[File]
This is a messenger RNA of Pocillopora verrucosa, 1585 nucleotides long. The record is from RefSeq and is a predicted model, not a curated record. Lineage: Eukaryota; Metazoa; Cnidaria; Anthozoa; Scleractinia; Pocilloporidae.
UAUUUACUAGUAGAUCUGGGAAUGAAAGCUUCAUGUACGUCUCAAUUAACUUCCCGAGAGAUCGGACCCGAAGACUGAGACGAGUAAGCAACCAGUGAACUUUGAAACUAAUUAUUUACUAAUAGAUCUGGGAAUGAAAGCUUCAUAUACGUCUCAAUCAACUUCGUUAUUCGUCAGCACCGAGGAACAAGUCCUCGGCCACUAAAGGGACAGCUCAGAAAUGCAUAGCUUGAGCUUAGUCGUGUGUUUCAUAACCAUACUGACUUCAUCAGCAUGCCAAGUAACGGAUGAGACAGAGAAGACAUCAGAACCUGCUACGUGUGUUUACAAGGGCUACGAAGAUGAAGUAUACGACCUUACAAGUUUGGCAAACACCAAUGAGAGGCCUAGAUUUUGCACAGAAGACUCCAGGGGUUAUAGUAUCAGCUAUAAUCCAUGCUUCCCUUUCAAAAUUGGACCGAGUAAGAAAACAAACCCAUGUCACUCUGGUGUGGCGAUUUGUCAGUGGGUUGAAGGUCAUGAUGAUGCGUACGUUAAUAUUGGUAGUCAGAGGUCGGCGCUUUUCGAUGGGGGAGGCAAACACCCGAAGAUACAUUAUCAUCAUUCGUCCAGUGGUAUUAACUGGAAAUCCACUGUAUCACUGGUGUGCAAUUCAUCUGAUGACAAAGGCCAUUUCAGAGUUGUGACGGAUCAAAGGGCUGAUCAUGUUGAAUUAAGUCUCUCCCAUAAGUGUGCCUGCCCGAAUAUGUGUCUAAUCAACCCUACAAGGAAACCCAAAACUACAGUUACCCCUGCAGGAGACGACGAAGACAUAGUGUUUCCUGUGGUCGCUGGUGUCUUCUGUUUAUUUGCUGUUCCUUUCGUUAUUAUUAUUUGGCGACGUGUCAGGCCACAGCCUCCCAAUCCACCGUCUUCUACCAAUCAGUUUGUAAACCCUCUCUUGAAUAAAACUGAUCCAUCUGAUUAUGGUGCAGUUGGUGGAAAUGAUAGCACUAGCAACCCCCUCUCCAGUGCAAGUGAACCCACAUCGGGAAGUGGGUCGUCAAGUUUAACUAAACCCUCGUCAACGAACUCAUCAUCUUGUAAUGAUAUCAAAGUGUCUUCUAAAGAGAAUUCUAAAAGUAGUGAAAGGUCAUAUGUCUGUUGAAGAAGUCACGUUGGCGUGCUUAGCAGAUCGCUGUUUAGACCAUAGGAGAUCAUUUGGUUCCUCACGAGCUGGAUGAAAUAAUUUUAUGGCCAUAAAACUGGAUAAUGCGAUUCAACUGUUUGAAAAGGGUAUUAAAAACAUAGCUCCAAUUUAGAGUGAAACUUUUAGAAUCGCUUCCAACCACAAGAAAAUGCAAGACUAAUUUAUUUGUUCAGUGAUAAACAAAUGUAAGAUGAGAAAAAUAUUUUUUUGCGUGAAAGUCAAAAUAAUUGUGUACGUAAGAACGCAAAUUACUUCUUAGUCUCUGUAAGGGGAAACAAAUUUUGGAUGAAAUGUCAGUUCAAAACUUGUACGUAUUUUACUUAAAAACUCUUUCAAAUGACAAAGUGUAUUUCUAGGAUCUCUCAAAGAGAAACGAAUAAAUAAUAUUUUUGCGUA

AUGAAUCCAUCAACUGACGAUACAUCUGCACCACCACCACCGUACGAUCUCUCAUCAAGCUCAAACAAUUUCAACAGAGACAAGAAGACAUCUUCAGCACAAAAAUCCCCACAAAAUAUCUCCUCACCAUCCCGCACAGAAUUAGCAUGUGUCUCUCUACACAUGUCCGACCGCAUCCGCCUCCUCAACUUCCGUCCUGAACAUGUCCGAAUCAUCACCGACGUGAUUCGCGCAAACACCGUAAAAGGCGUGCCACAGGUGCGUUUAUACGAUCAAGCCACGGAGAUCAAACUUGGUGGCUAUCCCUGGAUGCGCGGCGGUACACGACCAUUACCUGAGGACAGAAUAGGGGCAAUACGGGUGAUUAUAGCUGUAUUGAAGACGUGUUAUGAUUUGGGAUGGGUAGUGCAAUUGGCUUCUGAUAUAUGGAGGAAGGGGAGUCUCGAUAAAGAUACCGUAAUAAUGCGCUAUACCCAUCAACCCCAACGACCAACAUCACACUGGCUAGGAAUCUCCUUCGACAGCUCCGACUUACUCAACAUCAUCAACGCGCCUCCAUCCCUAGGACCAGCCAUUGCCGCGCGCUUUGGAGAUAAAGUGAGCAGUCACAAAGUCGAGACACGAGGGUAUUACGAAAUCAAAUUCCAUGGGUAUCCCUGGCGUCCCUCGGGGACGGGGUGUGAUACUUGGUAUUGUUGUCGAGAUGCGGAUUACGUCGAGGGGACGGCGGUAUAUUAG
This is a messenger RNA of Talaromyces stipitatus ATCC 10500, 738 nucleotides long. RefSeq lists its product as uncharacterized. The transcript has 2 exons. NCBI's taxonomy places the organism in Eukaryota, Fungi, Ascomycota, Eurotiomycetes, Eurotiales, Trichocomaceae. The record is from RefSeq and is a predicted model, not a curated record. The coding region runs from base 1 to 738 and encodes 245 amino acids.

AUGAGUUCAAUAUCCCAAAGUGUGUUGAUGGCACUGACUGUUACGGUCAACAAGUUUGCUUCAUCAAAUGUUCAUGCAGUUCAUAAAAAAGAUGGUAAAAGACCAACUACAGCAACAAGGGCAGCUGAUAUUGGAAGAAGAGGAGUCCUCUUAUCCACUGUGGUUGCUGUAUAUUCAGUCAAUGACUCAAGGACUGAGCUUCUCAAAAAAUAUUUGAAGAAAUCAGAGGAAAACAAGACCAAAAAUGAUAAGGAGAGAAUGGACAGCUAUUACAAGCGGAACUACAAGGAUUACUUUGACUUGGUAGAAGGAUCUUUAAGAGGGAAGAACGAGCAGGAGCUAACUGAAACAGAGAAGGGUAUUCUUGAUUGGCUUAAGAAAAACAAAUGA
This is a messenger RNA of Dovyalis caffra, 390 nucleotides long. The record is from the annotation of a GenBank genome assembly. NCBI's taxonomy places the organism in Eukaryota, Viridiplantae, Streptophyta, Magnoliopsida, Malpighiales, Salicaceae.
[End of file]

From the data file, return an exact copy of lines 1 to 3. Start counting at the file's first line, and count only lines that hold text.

This is a messenger RNA of Pocillopora verrucosa, 1585 nucleotides long. The record is from RefSeq and is a predicted model, not a curated record. Lineage: Eukaryota; Metazoa; Cnidaria; Anthozoa; Scleractinia; Pocilloporidae.
UAUUUACUAGUAGAUCUGGGAAUGAAAGCUUCAUGUACGUCUCAAUUAACUUCCCGAGAGAUCGGACCCGAAGACUGAGACGAGUAAGCAACCAGUGAACUUUGAAACUAAUUAUUUACUAAUAGAUCUGGGAAUGAAAGCUUCAUAUACGUCUCAAUCAACUUCGUUAUUCGUCAGCACCGAGGAACAAGUCCUCGGCCACUAAAGGGACAGCUCAGAAAUGCAUAGCUUGAGCUUAGUCGUGUGUUUCAUAACCAUACUGACUUCAUCAGCAUGCCAAGUAACGGAUGAGACAGAGAAGACAUCAGAACCUGCUACGUGUGUUUACAAGGGCUACGAAGAUGAAGUAUACGACCUUACAAGUUUGGCAAACACCAAUGAGAGGCCUAGAUUUUGCACAGAAGACUCCAGGGGUUAUAGUAUCAGCUAUAAUCCAUGCUUCCCUUUCAAAAUUGGACCGAGUAAGAAAACAAACCCAUGUCACUCUGGUGUGGCGAUUUGUCAGUGGGUUGAAGGUCAUGAUGAUGCGUACGUUAAUAUUGGUAGUCAGAGGUCGGCGCUUUUCGAUGGGGGAGGCAAACACCCGAAGAUACAUUAUCAUCAUUCGUCCAGUGGUAUUAACUGGAAAUCCACUGUAUCACUGGUGUGCAAUUCAUCUGAUGACAAAGGCCAUUUCAGAGUUGUGACGGAUCAAAGGGCUGAUCAUGUUGAAUUAAGUCUCUCCCAUAAGUGUGCCUGCCCGAAUAUGUGUCUAAUCAACCCUACAAGGAAACCCAAAACUACAGUUACCCCUGCAGGAGACGACGAAGACAUAGUGUUUCCUGUGGUCGCUGGUGUCUUCUGUUUAUUUGCUGUUCCUUUCGUUAUUAUUAUUUGGCGACGUGUCAGGCCACAGCCUCCCAAUCCACCGUCUUCUACCAAUCAGUUUGUAAACCCUCUCUUGAAUAAAACUGAUCCAUCUGAUUAUGGUGCAGUUGGUGGAAAUGAUAGCACUAGCAACCCCCUCUCCAGUGCAAGUGAACCCACAUCGGGAAGUGGGUCGUCAAGUUUAACUAAACCCUCGUCAACGAACUCAUCAUCUUGUAAUGAUAUCAAAGUGUCUUCUAAAGAGAAUUCUAAAAGUAGUGAAAGGUCAUAUGUCUGUUGAAGAAGUCACGUUGGCGUGCUUAGCAGAUCGCUGUUUAGACCAUAGGAGAUCAUUUGGUUCCUCACGAGCUGGAUGAAAUAAUUUUAUGGCCAUAAAACUGGAUAAUGCGAUUCAACUGUUUGAAAAGGGUAUUAAAAACAUAGCUCCAAUUUAGAGUGAAACUUUUAGAAUCGCUUCCAACCACAAGAAAAUGCAAGACUAAUUUAUUUGUUCAGUGAUAAACAAAUGUAAGAUGAGAAAAAUAUUUUUUUGCGUGAAAGUCAAAAUAAUUGUGUACGUAAGAACGCAAAUUACUUCUUAGUCUCUGUAAGGGGAAACAAAUUUUGGAUGAAAUGUCAGUUCAAAACUUGUACGUAUUUUACUUAAAAACUCUUUCAAAUGACAAAGUGUAUUUCUAGGAUCUCUCAAAGAGAAACGAAUAAAUAAUAUUUUUGCGUA

AUGAAUCCAUCAACUGACGAUACAUCUGCACCACCACCACCGUACGAUCUCUCAUCAAGCUCAAACAAUUUCAACAGAGACAAGAAGACAUCUUCAGCACAAAAAUCCCCACAAAAUAUCUCCUCACCAUCCCGCACAGAAUUAGCAUGUGUCUCUCUACACAUGUCCGACCGCAUCCGCCUCCUCAACUUCCGUCCUGAACAUGUCCGAAUCAUCACCGACGUGAUUCGCGCAAACACCGUAAAAGGCGUGCCACAGGUGCGUUUAUACGAUCAAGCCACGGAGAUCAAACUUGGUGGCUAUCCCUGGAUGCGCGGCGGUACACGACCAUUACCUGAGGACAGAAUAGGGGCAAUACGGGUGAUUAUAGCUGUAUUGAAGACGUGUUAUGAUUUGGGAUGGGUAGUGCAAUUGGCUUCUGAUAUAUGGAGGAAGGGGAGUCUCGAUAAAGAUACCGUAAUAAUGCGCUAUACCCAUCAACCCCAACGACCAACAUCACACUGGCUAGGAAUCUCCUUCGACAGCUCCGACUUACUCAACAUCAUCAACGCGCCUCCAUCCCUAGGACCAGCCAUUGCCGCGCGCUUUGGAGAUAAAGUGAGCAGUCACAAAGUCGAGACACGAGGGUAUUACGAAAUCAAAUUCCAUGGGUAUCCCUGGCGUCCCUCGGGGACGGGGUGUGAUACUUGGUAUUGUUGUCGAGAUGCGGAUUACGUCGAGGGGACGGCGGUAUAUUAG